The collection opens with Always on Sunday a dramatized examination of the painter Henri Rousseau. The combination of Russell reuniting with Melvyn Bragg and Oliver Reed and Russell's infectious love of the film's subject results in a film which is illuminating in every frame. Isadora: The Biggest Dancer in the World (1966), a study of the outrageous American dancer, Isadora Duncan, starring Vivian Pickles as the dancer whose obsession with the importance of art and complete disdain for decorum chimes perfectly with Russell's own sensibility. Last of the TV dramas is Dante's Inferno (1967) which tells of the complex relationship between the 19th century artist and poet, Dante Gabriel Rossetti, and his model Elizabeth Siddal.

The films in this collection have been remastered to High Definition, and are presented on Blu-ray for the very first time.

Special features
Late Night Line-up: Ken Russell at Work (1966): documentary showing Russell at work on various BBC TV documentaries, discussing his methods and filmmaking philosophy
Interview with editor Michael Bradsell (2015): the editor discusses his work with Ken Russell
Illustrated booklet with essays and full credits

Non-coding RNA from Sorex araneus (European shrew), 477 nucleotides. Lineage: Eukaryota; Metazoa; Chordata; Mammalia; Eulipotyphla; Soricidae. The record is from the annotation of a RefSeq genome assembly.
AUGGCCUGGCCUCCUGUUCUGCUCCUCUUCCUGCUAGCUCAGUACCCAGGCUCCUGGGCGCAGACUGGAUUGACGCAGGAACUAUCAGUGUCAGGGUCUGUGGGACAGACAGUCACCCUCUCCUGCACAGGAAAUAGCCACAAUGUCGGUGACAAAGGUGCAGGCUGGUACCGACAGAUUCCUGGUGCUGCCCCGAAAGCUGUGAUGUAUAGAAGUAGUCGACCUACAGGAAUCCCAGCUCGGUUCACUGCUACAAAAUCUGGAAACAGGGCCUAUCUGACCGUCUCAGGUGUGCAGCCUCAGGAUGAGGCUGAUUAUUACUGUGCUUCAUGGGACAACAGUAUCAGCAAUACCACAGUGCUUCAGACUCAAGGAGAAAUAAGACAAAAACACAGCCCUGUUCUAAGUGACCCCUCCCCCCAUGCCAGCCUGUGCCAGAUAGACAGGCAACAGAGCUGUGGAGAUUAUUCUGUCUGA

1965-1967 | 202 minutes | 2 x DVD9 | 1 x BD50 | Other details TBC

&

THE KEN RUSSELL COLLECTION: THE GREAT COMPOSERS (Dual Format Edition)
Three films by Ken Russell

A Dual Format Edition collection bringing together the career defining work of Ken Russell at the BBC. Russell's work during the sixties for award-winning arts documentary series Monitor and Omnibus were critically-acclaimed and often seen as a high point in his filmmaking.

The first of the three films, Elgar (1962), portrays in vigorous style the life of the English composer Sir Edward Elgar, with Huw Wheldon narrating his life story over beautiful mountain scenery. The Debussy Film (1965), Russell's penultimate film for Monitor was an ambitious work about the composer s life, written by Melvyn Bragg and starring Oliver Reed as Claude Debussy. Delius: Song of Summer (1968) is generally regarded (not least by its director) as Russell's best television film with many critics citing it as his finest work in any medium. The story traces Eric Fenby and is based on his memoirs of trying to help the blind and paralysed composer Frederick Delius.